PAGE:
U.S., Europeans push Syrian leader's ouster
WASHINGTON -- After months of criticism that he was too soft on Syria's government, President Obama on Thursday led a choreographed call by Western governments for President Bashar Assad to give up power, further isolating the autocratic regime.
The demand for Assad's ouster, echoed by the governments of France, Britain, Germany, Canada and the European Union, followed weeks of diplomatic talks aimed at presenting a common front against Assad's government. The Obama administration had hoped that Turkey and Saudi Arabia, two regional powers that have more influence over Syria, would join the effort.
Those countries neither supported nor condemned Obama's call for Assad to leave, a silence widely interpreted as an expression of frustration at the Syrian leader's unfulfilled promises to end violence in his country.
Assad's government yesterday showed no sign of stopping its attacks on protesters, who have built a widespread movement.
Syria's United Nations Ambassador Bashar Ja'afari accused the United States of waging a "humanitarian and diplomatic war" against his country in order to instigate further violence by sending "the wrong message to the terrorist armed groups that they are under American and Western protection."
Until now, the White House had suggested that Assad still held enough legitimacy to preside over reforms that would loosen his autocratic grip on power. But with the killing and mass arrests showing no signs of abating, Obama said for the first time that Assad was unfit to lead Syria.
Assad's pledges of reform have "rung hollow while he is imprisoning, torturing, and slaughtering his own people," Obama said in a written statement. "For the sake of the Syrian people, the time has come for President Assad to step aside."
European governments said they were open to further European Union sanctions on Syria.
But the Europeans, who buy 90 percent of Syria's oil exports, did not announce any decision to stop those imports.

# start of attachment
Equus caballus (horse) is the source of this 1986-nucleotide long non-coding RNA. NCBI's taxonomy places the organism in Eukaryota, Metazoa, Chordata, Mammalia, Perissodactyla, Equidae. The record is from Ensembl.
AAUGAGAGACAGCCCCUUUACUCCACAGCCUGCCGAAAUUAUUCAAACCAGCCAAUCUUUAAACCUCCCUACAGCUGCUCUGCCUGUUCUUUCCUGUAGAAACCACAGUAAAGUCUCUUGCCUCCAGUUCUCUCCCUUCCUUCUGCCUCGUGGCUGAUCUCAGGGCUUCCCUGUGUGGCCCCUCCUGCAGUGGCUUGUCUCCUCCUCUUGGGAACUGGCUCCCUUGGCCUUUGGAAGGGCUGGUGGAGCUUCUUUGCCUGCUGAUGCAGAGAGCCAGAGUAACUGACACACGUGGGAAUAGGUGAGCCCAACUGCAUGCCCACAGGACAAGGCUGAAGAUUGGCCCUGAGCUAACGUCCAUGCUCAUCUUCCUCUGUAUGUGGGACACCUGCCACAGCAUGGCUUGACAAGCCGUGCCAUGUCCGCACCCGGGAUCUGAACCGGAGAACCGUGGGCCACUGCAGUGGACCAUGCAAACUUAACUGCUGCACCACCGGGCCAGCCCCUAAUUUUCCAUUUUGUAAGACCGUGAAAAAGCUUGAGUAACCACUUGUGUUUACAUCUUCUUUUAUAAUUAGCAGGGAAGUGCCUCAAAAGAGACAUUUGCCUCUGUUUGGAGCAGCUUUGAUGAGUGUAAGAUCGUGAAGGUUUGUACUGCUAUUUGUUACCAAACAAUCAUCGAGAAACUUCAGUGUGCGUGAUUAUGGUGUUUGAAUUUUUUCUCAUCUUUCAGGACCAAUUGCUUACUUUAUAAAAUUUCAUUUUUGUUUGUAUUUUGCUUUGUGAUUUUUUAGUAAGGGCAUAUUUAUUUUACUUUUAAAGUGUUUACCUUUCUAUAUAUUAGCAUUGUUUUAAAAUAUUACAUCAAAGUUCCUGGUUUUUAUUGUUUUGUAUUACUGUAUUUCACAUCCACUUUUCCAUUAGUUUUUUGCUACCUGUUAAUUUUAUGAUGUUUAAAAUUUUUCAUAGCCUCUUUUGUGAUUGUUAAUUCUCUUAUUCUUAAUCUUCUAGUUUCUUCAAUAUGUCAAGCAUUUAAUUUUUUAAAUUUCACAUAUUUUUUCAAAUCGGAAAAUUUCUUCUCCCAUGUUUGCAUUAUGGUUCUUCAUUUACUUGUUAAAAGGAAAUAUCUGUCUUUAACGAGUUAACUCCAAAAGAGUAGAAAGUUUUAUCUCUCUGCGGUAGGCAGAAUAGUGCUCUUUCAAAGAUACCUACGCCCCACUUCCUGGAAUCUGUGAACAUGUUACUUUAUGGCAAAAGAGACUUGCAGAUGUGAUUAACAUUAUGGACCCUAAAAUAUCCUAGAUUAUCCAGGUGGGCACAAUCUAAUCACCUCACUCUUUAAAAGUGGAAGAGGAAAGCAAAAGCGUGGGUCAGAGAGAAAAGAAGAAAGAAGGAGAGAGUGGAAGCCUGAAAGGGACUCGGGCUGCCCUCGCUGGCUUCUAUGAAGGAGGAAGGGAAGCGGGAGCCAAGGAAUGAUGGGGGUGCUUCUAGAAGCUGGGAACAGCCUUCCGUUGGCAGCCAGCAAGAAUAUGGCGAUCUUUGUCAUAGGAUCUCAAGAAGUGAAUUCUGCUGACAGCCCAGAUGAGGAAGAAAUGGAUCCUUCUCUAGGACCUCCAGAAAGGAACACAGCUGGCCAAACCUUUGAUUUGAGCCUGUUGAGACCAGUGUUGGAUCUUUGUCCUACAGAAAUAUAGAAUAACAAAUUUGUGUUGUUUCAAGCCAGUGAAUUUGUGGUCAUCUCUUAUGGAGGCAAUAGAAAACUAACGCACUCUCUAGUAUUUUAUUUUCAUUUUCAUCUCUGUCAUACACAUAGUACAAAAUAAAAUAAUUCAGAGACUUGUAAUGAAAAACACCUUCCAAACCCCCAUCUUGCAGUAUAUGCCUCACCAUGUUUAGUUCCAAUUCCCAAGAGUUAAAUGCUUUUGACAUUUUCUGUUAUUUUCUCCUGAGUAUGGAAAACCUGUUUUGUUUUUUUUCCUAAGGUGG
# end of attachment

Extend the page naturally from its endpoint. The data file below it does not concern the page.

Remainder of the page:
That reluctance highlighted the limited leverage that Washington has been able to bring to assist a widening popular revolt in which an entrenched regime had deployed combat troops, tanks and warships against unarmed civilians, killing thousands of people.
Washington officials have ruled out any U.S. military action.
Obama administration officials said they still are urging Turkey and Arab governments including Saudi Arabia to do more to help depose Assad.
This week, Secretary of State Hillary Rodham Clinton appeared to play down the importance of a U.S. call for Assad's departure. But, she added, "if Turkey says it, if (Saudi) King Abdullah says it, if other people say it, there is no way the Assad regime can ignore it."
The Turkish government, Syria's biggest trading partner, is ambivalent about the crisis, in part because of its economic interests. While Prime Minister Recep Tayyip Erdogan and other leaders have condemned Assad, they have not been as aggressive as the White House would like.
Saudi Arabia, which has powerful influence with the Sunni majority of the Alawite-led country, also has condemned Assad and recently withdrew its ambassador. It did not react immediately to the U.S. and European actions.
The leaders of Britain, France and Germany joined Obama in demanding Assad's resignation.
The Syrian government predicted the call for the regime's removal would lead to more bloodshed.
"It is strange that instead of offering (Damascus) a helping hand to implement its program of reforms, the West and Obama are seeking to stoke more violence in Syria," Reem Haddad, an Assad spokeswoman, told Agence France-Presse.
The Syrian government says unidentified Islamic extremists are causing much of the violence in the country. U.N. Secretary-General Ban Ki-moon said Assad promised him on Wednesday that his forces would stop offensive operations on Thursday.
But the assertion did not appear to square with reality. An official in the army told the Los Angeles Times correspondent in Damascus that he had no orders to stop fighting.
As the death toll has increased, the White House has been under increasing pressure for action from Capitol Hill. Leaders on both sides of the aisle praised Obama's statement yesterday, although several Republicans said he should have done it sooner.
Texas Gov. Rick Perry, who is seeking the Republican presidential nomination, called the steps "long overdue." He said the United States should employ "every diplomatic option" to block Assad from further killings.